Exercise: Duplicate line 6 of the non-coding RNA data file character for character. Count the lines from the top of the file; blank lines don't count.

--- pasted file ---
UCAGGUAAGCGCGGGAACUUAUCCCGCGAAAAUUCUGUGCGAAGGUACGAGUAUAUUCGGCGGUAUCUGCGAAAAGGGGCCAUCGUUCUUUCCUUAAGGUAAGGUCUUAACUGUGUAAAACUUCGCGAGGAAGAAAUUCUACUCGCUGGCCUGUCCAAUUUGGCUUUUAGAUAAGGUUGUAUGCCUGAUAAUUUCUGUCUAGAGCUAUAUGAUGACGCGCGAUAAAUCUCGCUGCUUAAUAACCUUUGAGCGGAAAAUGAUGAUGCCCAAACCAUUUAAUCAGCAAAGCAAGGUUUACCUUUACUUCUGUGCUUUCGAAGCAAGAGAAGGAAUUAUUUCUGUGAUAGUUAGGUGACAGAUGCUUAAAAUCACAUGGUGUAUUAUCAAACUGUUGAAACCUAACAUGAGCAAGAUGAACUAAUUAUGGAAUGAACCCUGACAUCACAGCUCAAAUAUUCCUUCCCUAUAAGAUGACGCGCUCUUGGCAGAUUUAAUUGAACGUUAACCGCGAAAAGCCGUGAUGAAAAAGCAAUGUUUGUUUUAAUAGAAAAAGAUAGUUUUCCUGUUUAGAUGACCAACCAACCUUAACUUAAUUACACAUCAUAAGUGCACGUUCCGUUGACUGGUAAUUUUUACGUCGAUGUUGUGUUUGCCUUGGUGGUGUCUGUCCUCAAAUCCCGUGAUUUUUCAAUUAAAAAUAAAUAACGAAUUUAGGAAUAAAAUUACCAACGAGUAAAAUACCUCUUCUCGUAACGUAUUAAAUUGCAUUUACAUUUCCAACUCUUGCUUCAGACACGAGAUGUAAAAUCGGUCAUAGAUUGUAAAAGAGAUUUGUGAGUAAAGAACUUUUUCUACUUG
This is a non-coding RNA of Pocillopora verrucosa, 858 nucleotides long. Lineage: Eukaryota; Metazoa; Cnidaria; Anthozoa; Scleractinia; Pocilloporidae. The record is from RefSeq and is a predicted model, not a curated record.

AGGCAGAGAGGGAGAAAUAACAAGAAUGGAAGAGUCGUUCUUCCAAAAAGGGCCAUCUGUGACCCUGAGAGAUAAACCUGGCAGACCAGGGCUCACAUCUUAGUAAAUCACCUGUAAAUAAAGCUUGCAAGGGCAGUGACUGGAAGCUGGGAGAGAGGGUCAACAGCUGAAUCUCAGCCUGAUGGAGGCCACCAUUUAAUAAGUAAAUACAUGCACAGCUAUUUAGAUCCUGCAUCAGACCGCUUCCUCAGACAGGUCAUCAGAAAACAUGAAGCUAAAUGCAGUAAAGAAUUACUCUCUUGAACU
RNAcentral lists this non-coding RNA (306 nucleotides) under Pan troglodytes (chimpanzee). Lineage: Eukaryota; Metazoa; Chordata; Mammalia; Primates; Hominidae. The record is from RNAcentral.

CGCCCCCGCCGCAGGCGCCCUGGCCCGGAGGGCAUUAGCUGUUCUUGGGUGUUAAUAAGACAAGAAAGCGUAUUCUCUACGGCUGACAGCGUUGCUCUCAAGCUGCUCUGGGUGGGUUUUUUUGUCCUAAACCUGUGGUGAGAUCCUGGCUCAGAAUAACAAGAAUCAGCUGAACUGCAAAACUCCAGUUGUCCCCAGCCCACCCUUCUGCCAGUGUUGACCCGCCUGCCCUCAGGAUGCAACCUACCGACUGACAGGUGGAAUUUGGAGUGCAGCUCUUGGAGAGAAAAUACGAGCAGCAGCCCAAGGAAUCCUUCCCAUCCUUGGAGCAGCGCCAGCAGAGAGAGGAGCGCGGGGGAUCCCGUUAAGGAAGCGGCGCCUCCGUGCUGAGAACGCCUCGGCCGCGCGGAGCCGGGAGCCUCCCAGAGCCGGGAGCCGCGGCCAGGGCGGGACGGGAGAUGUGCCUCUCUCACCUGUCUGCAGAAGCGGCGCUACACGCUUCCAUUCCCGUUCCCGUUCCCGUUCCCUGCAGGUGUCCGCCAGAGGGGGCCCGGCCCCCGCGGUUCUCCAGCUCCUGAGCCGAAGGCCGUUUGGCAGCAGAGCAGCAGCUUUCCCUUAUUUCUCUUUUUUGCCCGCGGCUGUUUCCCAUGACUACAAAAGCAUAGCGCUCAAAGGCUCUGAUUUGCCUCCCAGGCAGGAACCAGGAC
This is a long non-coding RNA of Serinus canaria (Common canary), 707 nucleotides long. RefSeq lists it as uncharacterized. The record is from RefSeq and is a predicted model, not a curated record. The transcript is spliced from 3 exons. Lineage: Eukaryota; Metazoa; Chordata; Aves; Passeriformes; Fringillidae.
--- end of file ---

This is a long non-coding RNA of Serinus canaria (Common canary), 707 nucleotides long. RefSeq lists it as uncharacterized. The record is from RefSeq and is a predicted model, not a curated record. The transcript is spliced from 3 exons. Lineage: Eukaryota; Metazoa; Chordata; Aves; Passeriformes; Fringillidae.